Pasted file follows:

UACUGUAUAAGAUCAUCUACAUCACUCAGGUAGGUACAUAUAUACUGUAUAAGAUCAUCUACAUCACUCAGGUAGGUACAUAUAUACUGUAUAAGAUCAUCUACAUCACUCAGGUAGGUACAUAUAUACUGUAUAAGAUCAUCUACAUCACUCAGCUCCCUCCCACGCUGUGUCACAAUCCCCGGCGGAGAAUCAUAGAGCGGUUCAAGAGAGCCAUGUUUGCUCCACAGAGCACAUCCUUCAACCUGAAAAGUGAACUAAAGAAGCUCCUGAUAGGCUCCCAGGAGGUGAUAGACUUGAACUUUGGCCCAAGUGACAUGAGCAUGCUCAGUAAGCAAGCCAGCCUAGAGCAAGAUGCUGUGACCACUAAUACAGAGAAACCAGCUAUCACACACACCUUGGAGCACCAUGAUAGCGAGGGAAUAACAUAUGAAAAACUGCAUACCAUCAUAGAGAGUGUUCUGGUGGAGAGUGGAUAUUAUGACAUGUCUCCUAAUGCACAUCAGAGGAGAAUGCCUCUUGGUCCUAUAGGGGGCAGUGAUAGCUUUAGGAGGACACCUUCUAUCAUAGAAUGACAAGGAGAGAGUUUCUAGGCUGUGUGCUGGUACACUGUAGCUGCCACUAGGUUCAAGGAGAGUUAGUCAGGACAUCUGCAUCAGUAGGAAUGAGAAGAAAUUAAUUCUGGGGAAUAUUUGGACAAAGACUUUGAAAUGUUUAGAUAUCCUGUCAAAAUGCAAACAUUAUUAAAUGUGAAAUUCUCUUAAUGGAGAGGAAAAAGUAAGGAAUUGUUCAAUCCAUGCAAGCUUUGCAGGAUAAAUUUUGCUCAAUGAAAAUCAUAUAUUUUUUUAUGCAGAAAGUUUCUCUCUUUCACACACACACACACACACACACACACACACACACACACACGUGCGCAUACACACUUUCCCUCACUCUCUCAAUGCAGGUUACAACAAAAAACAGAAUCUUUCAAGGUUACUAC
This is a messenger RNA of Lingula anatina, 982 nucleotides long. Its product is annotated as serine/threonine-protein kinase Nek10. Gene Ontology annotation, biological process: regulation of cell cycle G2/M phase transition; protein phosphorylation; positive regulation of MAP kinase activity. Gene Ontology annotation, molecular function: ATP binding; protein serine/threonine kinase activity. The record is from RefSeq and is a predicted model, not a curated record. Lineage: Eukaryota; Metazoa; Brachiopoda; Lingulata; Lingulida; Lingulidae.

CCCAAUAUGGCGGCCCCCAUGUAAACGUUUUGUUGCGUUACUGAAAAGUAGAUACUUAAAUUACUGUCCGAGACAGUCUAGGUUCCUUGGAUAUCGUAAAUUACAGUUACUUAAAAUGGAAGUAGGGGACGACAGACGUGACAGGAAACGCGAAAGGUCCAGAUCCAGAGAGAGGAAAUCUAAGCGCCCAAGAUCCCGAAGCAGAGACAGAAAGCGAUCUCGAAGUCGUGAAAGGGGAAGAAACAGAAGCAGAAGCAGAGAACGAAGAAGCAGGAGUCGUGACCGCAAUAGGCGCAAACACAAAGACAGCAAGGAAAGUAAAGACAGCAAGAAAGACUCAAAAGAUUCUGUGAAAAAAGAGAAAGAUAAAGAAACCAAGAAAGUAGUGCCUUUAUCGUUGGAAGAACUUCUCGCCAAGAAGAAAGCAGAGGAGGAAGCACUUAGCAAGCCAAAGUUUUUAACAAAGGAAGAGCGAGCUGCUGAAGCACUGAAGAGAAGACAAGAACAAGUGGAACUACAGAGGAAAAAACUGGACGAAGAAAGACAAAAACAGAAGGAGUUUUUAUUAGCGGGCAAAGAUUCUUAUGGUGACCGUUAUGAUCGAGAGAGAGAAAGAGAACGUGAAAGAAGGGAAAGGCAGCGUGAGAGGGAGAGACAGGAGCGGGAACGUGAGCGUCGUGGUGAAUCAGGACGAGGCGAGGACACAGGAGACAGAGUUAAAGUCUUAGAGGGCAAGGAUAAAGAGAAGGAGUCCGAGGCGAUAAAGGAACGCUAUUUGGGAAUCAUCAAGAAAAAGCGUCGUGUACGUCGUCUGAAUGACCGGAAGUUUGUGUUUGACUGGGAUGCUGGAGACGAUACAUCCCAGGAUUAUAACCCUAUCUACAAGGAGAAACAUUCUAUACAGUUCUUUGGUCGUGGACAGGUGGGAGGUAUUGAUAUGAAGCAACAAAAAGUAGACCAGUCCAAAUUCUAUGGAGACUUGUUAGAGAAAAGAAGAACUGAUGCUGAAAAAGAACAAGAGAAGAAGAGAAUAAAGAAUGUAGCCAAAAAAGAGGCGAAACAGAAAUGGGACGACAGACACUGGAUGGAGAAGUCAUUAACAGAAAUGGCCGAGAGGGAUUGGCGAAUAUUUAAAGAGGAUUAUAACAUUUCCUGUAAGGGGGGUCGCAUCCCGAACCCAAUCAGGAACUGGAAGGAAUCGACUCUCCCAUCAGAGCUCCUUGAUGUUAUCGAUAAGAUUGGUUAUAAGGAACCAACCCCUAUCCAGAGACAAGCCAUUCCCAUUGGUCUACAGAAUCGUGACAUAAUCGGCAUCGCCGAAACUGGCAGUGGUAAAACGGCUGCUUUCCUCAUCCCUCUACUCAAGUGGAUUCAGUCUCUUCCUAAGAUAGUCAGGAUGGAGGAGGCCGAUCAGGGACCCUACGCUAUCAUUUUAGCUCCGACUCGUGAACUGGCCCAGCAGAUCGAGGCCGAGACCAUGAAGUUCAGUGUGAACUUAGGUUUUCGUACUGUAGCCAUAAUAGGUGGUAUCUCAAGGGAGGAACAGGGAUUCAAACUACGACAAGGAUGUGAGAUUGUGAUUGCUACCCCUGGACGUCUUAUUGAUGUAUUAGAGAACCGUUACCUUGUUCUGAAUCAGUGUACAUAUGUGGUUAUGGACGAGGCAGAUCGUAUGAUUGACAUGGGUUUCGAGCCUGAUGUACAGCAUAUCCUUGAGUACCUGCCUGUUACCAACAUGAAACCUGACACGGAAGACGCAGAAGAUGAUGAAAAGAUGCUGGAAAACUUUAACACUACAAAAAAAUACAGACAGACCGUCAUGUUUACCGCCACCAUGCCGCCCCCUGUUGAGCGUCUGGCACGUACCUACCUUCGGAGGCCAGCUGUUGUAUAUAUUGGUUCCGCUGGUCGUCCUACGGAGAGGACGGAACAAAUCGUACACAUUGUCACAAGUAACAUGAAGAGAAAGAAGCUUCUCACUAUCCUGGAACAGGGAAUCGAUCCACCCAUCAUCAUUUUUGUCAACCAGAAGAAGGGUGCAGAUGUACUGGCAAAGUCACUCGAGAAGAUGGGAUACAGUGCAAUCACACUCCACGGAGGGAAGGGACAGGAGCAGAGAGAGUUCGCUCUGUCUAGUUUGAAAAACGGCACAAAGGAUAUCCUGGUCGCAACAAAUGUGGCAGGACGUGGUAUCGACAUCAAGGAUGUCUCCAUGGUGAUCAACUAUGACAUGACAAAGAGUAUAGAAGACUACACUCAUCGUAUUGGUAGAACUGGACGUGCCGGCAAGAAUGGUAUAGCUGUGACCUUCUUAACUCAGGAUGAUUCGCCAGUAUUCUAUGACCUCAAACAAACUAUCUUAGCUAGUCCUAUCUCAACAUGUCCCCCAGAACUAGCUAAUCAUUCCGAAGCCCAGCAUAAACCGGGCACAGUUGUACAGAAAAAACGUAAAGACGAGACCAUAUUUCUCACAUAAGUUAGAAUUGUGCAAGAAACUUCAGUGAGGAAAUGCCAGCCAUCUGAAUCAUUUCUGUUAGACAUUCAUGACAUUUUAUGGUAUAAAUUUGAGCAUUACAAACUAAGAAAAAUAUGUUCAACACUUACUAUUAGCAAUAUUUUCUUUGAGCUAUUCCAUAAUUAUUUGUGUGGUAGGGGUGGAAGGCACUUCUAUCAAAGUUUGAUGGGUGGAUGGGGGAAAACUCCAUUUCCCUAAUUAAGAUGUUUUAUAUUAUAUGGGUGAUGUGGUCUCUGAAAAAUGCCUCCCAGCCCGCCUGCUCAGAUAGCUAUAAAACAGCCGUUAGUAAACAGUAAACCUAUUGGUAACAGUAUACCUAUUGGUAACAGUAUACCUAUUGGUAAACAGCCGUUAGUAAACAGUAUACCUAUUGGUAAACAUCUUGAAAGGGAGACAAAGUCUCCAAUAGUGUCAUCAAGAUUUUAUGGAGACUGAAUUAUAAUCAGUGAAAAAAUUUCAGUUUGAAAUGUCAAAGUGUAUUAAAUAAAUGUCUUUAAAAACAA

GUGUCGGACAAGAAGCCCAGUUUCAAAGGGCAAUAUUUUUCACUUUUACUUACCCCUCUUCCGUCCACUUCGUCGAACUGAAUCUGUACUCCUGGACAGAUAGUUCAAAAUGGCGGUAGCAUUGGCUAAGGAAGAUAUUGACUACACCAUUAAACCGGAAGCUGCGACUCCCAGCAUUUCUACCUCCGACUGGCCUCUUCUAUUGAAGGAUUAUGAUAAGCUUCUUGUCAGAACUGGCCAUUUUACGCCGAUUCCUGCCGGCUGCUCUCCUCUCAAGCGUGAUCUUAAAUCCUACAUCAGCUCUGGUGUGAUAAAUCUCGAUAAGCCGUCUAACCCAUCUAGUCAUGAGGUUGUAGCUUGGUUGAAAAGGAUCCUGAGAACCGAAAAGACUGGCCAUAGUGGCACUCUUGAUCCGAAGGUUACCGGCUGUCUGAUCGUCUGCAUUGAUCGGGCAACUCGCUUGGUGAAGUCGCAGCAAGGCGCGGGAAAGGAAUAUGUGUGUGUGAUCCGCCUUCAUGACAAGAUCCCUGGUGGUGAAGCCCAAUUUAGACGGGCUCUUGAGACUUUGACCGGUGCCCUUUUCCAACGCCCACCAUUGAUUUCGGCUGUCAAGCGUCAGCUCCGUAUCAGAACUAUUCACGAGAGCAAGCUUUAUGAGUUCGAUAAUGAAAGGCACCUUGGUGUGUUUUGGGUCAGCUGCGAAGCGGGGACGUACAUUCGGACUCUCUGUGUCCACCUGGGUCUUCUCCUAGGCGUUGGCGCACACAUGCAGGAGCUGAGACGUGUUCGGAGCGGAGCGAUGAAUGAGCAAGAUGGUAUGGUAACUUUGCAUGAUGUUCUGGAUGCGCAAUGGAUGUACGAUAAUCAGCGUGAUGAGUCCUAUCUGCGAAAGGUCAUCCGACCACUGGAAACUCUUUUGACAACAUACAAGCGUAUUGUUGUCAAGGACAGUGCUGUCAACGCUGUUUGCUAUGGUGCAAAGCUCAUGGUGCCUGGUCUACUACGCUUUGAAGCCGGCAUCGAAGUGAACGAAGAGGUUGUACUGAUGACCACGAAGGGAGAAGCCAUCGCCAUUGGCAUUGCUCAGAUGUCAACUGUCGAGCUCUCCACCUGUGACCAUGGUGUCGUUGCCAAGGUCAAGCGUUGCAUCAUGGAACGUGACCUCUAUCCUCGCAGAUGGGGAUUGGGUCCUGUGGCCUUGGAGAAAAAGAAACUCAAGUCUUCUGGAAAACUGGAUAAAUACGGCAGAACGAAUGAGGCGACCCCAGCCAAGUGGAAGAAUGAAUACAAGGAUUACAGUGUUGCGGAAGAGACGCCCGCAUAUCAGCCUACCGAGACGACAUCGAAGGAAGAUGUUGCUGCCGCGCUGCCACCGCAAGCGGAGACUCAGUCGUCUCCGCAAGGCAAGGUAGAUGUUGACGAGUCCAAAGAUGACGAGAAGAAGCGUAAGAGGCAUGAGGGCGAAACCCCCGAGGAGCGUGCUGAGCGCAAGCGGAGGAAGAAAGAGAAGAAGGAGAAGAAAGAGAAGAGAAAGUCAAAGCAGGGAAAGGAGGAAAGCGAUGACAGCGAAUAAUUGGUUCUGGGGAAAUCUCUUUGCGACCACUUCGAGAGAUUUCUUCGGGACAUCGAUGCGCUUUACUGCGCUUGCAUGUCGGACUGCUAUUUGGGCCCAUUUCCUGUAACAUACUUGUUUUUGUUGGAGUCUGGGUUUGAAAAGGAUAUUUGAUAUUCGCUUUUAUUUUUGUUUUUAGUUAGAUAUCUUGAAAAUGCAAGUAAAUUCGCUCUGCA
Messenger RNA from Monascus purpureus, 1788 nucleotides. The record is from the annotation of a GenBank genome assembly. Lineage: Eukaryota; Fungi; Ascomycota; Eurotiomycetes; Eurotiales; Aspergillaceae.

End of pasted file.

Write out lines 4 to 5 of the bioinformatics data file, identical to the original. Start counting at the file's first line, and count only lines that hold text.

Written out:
GUGUCGGACAAGAAGCCCAGUUUCAAAGGGCAAUAUUUUUCACUUUUACUUACCCCUCUUCCGUCCACUUCGUCGAACUGAAUCUGUACUCCUGGACAGAUAGUUCAAAAUGGCGGUAGCAUUGGCUAAGGAAGAUAUUGACUACACCAUUAAACCGGAAGCUGCGACUCCCAGCAUUUCUACCUCCGACUGGCCUCUUCUAUUGAAGGAUUAUGAUAAGCUUCUUGUCAGAACUGGCCAUUUUACGCCGAUUCCUGCCGGCUGCUCUCCUCUCAAGCGUGAUCUUAAAUCCUACAUCAGCUCUGGUGUGAUAAAUCUCGAUAAGCCGUCUAACCCAUCUAGUCAUGAGGUUGUAGCUUGGUUGAAAAGGAUCCUGAGAACCGAAAAGACUGGCCAUAGUGGCACUCUUGAUCCGAAGGUUACCGGCUGUCUGAUCGUCUGCAUUGAUCGGGCAACUCGCUUGGUGAAGUCGCAGCAAGGCGCGGGAAAGGAAUAUGUGUGUGUGAUCCGCCUUCAUGACAAGAUCCCUGGUGGUGAAGCCCAAUUUAGACGGGCUCUUGAGACUUUGACCGGUGCCCUUUUCCAACGCCCACCAUUGAUUUCGGCUGUCAAGCGUCAGCUCCGUAUCAGAACUAUUCACGAGAGCAAGCUUUAUGAGUUCGAUAAUGAAAGGCACCUUGGUGUGUUUUGGGUCAGCUGCGAAGCGGGGACGUACAUUCGGACUCUCUGUGUCCACCUGGGUCUUCUCCUAGGCGUUGGCGCACACAUGCAGGAGCUGAGACGUGUUCGGAGCGGAGCGAUGAAUGAGCAAGAUGGUAUGGUAACUUUGCAUGAUGUUCUGGAUGCGCAAUGGAUGUACGAUAAUCAGCGUGAUGAGUCCUAUCUGCGAAAGGUCAUCCGACCACUGGAAACUCUUUUGACAACAUACAAGCGUAUUGUUGUCAAGGACAGUGCUGUCAACGCUGUUUGCUAUGGUGCAAAGCUCAUGGUGCCUGGUCUACUACGCUUUGAAGCCGGCAUCGAAGUGAACGAAGAGGUUGUACUGAUGACCACGAAGGGAGAAGCCAUCGCCAUUGGCAUUGCUCAGAUGUCAACUGUCGAGCUCUCCACCUGUGACCAUGGUGUCGUUGCCAAGGUCAAGCGUUGCAUCAUGGAACGUGACCUCUAUCCUCGCAGAUGGGGAUUGGGUCCUGUGGCCUUGGAGAAAAAGAAACUCAAGUCUUCUGGAAAACUGGAUAAAUACGGCAGAACGAAUGAGGCGACCCCAGCCAAGUGGAAGAAUGAAUACAAGGAUUACAGUGUUGCGGAAGAGACGCCCGCAUAUCAGCCUACCGAGACGACAUCGAAGGAAGAUGUUGCUGCCGCGCUGCCACCGCAAGCGGAGACUCAGUCGUCUCCGCAAGGCAAGGUAGAUGUUGACGAGUCCAAAGAUGACGAGAAGAAGCGUAAGAGGCAUGAGGGCGAAACCCCCGAGGAGCGUGCUGAGCGCAAGCGGAGGAAGAAAGAGAAGAAGGAGAAGAAAGAGAAGAGAAAGUCAAAGCAGGGAAAGGAGGAAAGCGAUGACAGCGAAUAAUUGGUUCUGGGGAAAUCUCUUUGCGACCACUUCGAGAGAUUUCUUCGGGACAUCGAUGCGCUUUACUGCGCUUGCAUGUCGGACUGCUAUUUGGGCCCAUUUCCUGUAACAUACUUGUUUUUGUUGGAGUCUGGGUUUGAAAAGGAUAUUUGAUAUUCGCUUUUAUUUUUGUUUUUAGUUAGAUAUCUUGAAAAUGCAAGUAAAUUCGCUCUGCA
Messenger RNA from Monascus purpureus, 1788 nucleotides. The record is from the annotation of a GenBank genome assembly. Lineage: Eukaryota; Fungi; Ascomycota; Eurotiomycetes; Eurotiales; Aspergillaceae.